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Sew & Sew equips remote community schools with sewing labs, including quality sewing machines and supplies, so they can teach a valuable life skill through traditional projects in the school setting.


Your support enables us to equip classrooms and cover the high costs of shipping.

Janome Canada Ltd. contributes 60 quality sewing machines! Read all about it here:
Attention friends in the GTA : Sewing supply collections run annually from April 1 - May 31
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What's needed:
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Collection centres:

Collection centre locations for spring 2022 will be announced in March. 

Would your store want to become a collection point? If you are located in the GTA, Ottawa, Gatineau or Montreal areas, please contact us by email at

Recipient schools:

Many factors are involved in selecting a qualifying school for the installation of a Sew & Sew Skills Lab. Namely, we look at school infrastructure, existing sewing programs and teaching resources, prior collaboration with the school or community, as well as our ability to create longterm partnerships with transporters for the recipient community.


In 2021-22, recipient schools are:

Natuashish (Labrador)

Nain (Labrador)

Pond Inlet (Nunavut)

Igloolik (Nunavut)

Sturgeon Lake First Nation (Saskatchewan)

More will be added soon.


We are so proud to work with Ruth Dukas as official ambassador of the Sew & Sew Skills Lab program!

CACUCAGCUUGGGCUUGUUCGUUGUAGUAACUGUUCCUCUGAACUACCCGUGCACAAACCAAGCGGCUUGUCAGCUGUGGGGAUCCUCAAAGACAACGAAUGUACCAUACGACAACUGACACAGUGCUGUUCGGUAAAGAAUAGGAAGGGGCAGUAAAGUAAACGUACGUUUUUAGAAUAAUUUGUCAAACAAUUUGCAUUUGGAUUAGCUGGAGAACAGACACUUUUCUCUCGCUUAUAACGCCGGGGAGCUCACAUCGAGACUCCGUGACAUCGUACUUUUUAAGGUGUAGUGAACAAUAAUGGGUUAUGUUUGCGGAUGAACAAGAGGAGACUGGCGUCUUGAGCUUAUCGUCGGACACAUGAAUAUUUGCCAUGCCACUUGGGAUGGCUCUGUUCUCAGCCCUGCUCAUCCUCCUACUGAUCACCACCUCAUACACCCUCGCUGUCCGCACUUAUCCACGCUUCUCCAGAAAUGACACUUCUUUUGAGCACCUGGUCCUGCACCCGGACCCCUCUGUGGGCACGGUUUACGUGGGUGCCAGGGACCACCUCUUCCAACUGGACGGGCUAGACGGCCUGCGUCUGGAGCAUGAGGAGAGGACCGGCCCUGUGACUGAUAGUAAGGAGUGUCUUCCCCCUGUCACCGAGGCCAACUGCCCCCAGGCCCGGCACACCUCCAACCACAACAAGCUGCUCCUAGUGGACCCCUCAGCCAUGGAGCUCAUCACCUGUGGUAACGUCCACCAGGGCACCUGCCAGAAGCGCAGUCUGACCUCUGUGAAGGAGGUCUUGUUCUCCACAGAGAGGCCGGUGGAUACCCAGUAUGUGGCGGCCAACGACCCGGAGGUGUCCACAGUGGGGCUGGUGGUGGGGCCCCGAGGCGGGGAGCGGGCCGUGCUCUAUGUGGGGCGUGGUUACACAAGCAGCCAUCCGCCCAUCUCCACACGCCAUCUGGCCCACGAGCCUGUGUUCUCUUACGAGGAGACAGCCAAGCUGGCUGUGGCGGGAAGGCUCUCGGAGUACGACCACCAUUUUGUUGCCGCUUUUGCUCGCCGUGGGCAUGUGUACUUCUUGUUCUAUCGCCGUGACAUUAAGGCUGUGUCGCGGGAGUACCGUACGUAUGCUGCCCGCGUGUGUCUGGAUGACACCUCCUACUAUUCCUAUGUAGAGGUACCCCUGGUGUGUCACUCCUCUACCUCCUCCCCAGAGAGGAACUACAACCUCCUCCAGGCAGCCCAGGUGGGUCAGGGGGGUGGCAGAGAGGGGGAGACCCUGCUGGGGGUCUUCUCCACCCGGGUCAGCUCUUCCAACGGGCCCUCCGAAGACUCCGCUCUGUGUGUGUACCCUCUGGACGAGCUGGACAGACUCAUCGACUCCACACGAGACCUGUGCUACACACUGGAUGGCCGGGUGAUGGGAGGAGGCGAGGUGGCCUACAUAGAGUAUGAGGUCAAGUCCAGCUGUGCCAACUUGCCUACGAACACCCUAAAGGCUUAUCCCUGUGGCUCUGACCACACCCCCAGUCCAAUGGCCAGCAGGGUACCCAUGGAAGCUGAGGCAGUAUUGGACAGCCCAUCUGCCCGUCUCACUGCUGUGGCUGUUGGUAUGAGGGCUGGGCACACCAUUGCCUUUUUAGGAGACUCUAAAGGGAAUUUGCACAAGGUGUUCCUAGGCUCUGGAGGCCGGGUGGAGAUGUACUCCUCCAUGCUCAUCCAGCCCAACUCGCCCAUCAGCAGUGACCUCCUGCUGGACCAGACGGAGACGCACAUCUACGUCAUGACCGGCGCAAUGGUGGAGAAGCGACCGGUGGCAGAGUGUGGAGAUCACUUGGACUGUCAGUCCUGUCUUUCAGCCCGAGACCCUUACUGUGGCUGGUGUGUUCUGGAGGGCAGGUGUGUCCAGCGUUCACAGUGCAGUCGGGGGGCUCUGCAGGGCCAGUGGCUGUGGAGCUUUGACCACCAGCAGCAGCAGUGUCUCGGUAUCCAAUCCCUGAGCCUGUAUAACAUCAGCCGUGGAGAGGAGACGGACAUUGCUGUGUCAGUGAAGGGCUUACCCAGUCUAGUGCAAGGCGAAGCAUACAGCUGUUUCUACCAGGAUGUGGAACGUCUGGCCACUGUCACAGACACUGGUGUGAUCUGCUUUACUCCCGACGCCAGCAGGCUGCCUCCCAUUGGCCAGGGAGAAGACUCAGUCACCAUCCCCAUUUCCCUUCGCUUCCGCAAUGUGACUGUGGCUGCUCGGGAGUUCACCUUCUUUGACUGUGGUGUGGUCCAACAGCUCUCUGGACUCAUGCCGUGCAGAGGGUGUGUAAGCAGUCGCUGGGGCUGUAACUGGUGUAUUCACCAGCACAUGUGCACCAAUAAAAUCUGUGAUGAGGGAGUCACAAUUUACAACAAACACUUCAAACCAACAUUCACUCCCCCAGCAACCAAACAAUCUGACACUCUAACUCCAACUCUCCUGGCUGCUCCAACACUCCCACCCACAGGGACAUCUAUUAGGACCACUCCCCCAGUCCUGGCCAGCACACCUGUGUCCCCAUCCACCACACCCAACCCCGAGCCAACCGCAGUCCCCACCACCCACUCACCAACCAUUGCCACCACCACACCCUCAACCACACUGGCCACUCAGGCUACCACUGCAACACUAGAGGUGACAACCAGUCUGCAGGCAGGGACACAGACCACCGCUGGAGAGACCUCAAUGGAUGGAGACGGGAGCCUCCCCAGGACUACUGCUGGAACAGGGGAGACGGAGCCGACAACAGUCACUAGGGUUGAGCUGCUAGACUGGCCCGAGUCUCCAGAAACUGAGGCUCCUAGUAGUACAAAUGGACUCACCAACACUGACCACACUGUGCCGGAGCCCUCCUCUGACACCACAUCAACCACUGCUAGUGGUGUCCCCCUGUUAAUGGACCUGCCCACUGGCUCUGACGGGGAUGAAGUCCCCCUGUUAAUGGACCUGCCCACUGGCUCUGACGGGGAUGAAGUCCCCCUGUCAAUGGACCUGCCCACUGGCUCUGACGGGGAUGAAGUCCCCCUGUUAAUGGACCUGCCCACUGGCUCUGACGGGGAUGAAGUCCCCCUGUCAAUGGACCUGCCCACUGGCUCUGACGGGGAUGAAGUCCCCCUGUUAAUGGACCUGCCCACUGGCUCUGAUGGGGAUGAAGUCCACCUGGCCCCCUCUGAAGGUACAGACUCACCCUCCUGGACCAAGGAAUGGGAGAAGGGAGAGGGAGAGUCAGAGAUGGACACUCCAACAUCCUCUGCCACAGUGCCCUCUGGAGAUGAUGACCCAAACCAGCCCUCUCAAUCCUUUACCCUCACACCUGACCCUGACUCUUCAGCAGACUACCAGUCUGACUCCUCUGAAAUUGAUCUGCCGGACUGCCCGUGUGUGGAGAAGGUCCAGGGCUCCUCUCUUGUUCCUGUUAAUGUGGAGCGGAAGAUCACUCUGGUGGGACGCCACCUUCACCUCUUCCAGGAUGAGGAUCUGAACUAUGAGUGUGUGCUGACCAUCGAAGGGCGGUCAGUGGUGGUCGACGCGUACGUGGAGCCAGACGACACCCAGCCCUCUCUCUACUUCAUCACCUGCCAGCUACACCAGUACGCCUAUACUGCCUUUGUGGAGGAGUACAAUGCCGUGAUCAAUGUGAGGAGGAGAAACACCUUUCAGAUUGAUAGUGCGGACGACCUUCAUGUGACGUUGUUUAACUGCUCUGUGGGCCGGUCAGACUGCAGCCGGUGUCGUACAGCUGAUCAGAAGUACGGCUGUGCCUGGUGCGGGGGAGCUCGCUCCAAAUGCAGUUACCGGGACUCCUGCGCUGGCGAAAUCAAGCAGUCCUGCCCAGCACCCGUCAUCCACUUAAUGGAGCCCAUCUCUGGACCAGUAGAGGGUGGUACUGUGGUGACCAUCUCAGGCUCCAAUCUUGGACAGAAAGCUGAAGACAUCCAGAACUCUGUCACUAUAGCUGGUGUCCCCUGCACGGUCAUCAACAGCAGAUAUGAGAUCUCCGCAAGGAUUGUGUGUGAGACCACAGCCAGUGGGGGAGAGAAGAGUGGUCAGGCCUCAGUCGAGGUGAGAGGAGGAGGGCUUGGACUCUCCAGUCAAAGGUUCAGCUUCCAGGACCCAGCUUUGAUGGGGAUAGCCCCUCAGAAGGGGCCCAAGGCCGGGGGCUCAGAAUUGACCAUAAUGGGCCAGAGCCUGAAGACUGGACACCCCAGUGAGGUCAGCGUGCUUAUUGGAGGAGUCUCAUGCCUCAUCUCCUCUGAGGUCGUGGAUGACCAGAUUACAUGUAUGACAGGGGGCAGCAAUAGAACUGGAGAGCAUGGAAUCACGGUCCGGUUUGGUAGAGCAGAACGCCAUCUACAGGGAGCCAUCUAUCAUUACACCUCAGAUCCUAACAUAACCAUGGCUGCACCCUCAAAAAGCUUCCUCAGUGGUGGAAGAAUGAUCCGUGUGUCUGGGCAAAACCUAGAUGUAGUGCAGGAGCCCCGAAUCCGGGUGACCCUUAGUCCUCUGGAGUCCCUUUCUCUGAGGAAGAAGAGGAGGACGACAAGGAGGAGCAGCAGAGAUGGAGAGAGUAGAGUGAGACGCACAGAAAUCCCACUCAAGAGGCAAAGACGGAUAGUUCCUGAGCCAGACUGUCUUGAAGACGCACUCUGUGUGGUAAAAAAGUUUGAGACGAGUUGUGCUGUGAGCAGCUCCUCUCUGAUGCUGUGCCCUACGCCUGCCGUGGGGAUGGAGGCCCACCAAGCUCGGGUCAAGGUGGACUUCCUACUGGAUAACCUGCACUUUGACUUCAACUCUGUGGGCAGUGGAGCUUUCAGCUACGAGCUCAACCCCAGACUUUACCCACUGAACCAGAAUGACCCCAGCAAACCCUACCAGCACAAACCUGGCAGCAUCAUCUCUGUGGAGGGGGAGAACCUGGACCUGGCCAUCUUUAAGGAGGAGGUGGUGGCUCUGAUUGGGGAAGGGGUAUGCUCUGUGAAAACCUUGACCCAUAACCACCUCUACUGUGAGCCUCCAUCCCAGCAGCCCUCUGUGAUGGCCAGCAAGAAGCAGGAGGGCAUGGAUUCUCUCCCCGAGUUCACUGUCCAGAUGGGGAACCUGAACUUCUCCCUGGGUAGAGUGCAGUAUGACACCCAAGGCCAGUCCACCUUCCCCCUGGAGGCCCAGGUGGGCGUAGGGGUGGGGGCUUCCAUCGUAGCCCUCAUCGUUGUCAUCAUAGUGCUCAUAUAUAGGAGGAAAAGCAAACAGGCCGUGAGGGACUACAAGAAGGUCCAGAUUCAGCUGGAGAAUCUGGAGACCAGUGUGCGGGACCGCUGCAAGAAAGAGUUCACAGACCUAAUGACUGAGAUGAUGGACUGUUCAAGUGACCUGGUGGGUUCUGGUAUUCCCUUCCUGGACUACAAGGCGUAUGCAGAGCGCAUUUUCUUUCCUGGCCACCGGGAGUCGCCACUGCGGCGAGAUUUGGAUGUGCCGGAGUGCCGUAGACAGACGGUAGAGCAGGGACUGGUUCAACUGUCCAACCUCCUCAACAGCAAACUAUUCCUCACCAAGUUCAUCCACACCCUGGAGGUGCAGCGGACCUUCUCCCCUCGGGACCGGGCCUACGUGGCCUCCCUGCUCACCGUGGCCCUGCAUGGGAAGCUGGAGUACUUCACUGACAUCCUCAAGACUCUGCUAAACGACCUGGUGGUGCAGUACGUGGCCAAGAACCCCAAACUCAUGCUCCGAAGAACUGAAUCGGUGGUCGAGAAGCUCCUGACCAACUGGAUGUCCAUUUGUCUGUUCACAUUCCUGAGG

Ruth is a retired, award-winning Canadian fashion designer who in the 1960s was celebrated across North America for her evening wear designs with their luxurious beading and embroidery. She employed Indigenous women for some of the bead work and recalls how Indian Affairs at the time made the process extremely difficult; buried in red tape and endless paperwork, she was forced to abandon her employment strategy, but always hoped that someday she would be able to continue supporting Indigenous women and communities.

In 2017, Ruth joined I Love First People as a chapter leader for Kingston. Each year since, she mobilizes her network in support of our projects. What’s even more amazing is that Ruth has reignited her passion for knitting through ILFP, as each year she knits dozens of hats and scarfs for children in remote communities – the kids who receive her creations love them, and are always so happy to hear the story of the wonderful woman who made them! (Ruth was also a knitwear designer, working alongside other greats like Alfred Sung).

Today, at a youthful 92, Ruth is asking all Canadians, especially all businesses and groups involved in textile arts, to join her in helping young students to learn sewing through traditional projects.


Together, we can help elevate a new generation of Indigenous creators and designers who are all very eager to get started…

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